AUGUSTA, Maine — Abortion providers and the American Civil Liberties Union filed a lawsuit against the state on Tuesday in a bid to overturn a longstanding rule limiting low-income women’s access to a state-funded abortion.
It’s buried in a set of rules developed in 1981 and last revised in 2010, before Gov. Paul LePage took office. However, it could set up a politically charged court fight with the anti-abortion Republican, whose spokeswoman called the lawsuit “little more than a frivolous public relations stunt.”
The lawsuit against the Maine Department of Health and Human Services was filed Tuesday morning in Cumberland County Superior Court on behalf of the state’s three abortion providers, Planned Parenthood of Northern New England, Mabel Wadsworth Women’s Health Center in Bangor and Maine Family Planning in Augusta.
The challenged rule only allows women enrolled in MaineCare — the state’s version of Medicaid, the federal-state health care program for low-income people — to have an abortion paid for by MaineCare in cases of rape, incest and life endangerment.
The ACLU and Planned Parenthood say the rule violates Maine law and the state constitution, which enumerates the rights to pursue happiness and equal protection under the law by only affecting the ability of low-income women to get an abortion and not those with private insurance.
“We think, however you feel about abortion, it’s not fair to have a two-tiered system,” said Zachary Heiden, an ACLU of Maine lawyer.
The rule is a rare example of restrictive abortion policy in Maine, which has some of the most permissive abortion laws in the country, according to the pro-abortion rights Guttmacher Institute.
But Maine is in the nation’s mainstream on public abortion funding. The Hyde Amendment limits federal money from being spent on abortion except in cases of rape, incest or life endangerment. States can choose to fund other abortions themselves.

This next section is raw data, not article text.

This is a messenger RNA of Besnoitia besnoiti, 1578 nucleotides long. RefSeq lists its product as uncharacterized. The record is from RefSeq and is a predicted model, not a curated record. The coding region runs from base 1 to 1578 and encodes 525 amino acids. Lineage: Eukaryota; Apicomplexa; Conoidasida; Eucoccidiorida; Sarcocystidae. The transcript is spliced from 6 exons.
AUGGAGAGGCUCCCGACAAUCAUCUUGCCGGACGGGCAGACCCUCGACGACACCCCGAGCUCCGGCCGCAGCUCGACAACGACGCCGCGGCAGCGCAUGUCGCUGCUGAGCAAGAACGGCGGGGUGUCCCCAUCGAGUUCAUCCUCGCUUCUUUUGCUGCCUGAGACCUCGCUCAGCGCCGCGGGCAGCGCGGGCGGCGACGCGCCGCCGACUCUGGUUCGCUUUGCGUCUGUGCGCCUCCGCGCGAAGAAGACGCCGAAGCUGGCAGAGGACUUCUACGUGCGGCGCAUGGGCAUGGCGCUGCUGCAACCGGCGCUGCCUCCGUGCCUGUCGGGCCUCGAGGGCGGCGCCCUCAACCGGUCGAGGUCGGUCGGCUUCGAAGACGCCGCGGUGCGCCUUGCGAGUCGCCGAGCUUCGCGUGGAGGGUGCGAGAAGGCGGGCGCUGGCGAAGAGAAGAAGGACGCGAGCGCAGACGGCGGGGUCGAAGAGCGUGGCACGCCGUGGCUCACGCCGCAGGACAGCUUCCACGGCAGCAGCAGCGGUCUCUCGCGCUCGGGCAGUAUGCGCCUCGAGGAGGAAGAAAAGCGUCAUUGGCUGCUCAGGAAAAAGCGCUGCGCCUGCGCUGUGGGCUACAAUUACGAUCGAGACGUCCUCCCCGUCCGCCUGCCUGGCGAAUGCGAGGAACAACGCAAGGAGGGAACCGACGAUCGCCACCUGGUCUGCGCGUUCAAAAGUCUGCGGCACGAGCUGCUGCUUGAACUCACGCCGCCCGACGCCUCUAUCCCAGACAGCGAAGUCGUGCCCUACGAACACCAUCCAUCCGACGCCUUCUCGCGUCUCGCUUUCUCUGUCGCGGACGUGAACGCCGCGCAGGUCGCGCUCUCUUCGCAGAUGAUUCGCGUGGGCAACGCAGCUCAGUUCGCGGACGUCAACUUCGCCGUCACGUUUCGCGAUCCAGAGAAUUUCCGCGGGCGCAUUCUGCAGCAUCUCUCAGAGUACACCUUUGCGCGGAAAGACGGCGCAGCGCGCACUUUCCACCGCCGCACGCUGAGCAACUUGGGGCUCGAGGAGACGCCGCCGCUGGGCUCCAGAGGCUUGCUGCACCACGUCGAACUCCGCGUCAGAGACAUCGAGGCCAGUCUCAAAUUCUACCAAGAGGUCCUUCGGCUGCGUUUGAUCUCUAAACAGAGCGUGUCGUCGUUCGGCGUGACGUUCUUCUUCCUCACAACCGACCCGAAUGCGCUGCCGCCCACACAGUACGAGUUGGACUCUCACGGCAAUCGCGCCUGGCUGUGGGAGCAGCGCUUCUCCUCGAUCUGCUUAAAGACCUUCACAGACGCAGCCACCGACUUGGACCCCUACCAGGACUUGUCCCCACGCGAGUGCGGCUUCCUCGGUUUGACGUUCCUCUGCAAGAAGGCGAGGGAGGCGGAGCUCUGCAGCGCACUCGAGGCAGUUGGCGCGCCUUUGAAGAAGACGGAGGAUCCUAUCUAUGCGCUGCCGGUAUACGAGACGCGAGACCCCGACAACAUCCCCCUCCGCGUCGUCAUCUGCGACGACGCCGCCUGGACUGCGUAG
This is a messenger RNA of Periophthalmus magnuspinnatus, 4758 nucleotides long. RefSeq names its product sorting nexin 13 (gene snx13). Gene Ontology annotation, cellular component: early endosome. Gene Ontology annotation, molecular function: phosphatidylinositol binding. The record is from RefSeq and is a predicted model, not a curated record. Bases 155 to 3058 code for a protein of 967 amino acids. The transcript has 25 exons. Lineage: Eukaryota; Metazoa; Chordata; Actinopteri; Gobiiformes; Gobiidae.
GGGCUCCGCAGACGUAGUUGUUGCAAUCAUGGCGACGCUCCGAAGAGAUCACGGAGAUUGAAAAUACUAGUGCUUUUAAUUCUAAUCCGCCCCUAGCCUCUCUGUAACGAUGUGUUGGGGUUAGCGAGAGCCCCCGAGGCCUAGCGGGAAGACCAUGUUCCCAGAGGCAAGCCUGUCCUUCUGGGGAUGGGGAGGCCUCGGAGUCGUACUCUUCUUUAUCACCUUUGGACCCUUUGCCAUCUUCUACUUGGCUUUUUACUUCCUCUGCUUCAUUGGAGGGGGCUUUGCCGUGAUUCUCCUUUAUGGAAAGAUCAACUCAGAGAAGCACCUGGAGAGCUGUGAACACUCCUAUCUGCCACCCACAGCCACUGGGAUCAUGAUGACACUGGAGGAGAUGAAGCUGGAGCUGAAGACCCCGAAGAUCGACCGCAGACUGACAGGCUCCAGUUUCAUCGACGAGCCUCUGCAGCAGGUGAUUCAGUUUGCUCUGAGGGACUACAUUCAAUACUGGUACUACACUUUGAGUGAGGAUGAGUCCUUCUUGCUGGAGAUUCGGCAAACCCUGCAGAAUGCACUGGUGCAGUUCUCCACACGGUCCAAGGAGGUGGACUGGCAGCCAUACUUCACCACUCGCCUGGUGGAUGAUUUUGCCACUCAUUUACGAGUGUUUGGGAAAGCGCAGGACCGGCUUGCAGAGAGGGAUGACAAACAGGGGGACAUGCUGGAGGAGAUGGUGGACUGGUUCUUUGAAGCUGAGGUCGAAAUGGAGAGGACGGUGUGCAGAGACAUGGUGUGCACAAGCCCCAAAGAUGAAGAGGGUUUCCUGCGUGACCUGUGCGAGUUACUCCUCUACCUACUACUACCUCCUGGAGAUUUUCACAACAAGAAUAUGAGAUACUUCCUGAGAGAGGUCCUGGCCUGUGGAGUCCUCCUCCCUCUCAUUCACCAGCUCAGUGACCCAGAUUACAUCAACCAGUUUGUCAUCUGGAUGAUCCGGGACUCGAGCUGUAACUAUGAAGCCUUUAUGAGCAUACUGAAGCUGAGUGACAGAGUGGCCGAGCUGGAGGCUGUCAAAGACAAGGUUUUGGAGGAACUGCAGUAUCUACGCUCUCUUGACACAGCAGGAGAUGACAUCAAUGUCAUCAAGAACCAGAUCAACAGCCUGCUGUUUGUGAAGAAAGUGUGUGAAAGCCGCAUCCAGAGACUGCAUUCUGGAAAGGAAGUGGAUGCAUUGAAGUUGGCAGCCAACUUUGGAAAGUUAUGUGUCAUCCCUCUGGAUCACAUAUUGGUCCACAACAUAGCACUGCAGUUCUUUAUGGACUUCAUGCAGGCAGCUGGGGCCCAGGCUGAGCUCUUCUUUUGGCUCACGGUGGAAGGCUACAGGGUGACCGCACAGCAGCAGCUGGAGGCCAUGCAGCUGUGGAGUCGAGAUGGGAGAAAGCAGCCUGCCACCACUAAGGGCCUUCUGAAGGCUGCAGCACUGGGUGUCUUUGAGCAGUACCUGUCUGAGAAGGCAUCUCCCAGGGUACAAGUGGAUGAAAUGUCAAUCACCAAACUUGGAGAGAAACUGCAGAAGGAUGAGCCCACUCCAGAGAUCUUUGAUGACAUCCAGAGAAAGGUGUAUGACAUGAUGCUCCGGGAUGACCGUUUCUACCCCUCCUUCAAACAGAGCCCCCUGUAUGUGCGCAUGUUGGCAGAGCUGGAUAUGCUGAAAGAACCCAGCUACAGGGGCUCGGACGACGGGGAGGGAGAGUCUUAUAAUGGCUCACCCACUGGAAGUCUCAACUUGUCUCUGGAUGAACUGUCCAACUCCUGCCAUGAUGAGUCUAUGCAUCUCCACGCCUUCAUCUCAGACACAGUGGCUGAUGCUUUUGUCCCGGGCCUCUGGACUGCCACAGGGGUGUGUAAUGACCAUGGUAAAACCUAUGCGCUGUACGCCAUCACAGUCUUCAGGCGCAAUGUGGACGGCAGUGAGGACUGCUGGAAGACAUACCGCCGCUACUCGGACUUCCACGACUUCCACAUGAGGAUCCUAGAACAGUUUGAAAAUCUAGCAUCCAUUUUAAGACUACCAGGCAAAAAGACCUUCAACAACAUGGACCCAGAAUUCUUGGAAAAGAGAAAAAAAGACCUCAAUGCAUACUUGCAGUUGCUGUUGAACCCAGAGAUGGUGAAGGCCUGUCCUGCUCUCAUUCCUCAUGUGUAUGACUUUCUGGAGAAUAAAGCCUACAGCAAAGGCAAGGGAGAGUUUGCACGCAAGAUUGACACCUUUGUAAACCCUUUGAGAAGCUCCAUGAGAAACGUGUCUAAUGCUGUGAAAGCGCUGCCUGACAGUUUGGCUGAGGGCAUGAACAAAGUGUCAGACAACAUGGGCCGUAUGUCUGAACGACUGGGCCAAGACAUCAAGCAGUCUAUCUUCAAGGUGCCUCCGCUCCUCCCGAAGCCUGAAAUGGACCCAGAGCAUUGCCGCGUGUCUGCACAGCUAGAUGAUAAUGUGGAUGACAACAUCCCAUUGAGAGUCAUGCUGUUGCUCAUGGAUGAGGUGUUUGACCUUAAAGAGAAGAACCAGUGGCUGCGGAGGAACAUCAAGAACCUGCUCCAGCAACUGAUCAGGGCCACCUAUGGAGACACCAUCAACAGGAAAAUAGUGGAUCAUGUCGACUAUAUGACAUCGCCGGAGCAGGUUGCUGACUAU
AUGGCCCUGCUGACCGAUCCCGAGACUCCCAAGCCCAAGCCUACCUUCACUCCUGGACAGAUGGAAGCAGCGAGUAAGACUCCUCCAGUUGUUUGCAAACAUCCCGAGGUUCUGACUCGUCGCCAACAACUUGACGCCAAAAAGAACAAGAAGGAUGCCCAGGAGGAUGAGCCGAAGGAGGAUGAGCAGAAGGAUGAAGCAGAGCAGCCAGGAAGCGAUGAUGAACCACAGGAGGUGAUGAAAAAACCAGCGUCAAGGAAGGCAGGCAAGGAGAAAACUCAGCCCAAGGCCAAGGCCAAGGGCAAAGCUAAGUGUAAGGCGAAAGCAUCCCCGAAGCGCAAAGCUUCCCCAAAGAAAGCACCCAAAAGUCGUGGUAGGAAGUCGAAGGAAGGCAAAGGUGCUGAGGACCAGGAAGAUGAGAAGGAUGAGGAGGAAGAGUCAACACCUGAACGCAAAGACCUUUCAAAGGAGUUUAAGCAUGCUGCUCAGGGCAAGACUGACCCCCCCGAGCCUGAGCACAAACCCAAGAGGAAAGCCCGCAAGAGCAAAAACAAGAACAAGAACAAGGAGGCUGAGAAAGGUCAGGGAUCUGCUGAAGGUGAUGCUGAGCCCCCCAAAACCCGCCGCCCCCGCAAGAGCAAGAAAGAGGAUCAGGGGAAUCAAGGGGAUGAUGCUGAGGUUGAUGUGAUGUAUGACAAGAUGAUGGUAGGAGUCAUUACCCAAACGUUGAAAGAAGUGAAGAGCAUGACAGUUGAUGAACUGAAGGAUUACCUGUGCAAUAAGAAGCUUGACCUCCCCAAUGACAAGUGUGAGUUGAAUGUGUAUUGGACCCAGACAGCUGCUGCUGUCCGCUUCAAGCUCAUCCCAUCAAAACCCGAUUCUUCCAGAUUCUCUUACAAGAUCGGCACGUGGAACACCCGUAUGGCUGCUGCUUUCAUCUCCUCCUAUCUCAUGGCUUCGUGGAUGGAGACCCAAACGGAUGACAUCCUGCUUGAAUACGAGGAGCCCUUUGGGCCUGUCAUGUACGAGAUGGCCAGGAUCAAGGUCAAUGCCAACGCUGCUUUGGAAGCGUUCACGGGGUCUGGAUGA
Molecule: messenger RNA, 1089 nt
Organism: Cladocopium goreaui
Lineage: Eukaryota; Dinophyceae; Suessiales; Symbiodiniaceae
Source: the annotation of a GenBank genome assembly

Maine is one of 32 states that has chosen to stick roughly to federal law, according to Guttmacher. Of the 17 states that cover other abortions, only four did so voluntarily and 13 — including Vermont and Massachusetts — were court-ordered.
LePage spokeswoman Adrienne Bennett noted Maine’s adherence to federal policy in a statement in response to the lawsuit posted on her Facebook page on Tuesday morning, calling the rule “well established law.”
It’s unclear who will represent the state in the matter. Attorney General Janet Mills, a pro-abortion rights Democrat, hasn’t reviewed that with DHHS Commissioner Mary Mayhew, said Tim Feeley, Mills’ spokesman.
One-third of the Mabel Wadsworth Center’s 1,400 annual patients — 400 of whom receive abortion services — are either on MaineCare or would qualify if they got pregnant, and issues with abortion access have been exacerbated as the center sees “more and more people struggling to make ends meet,” said Andrea Irwin, the center’s executive director.
“We think it’s important that no matter how much money you make, you have access,” she said.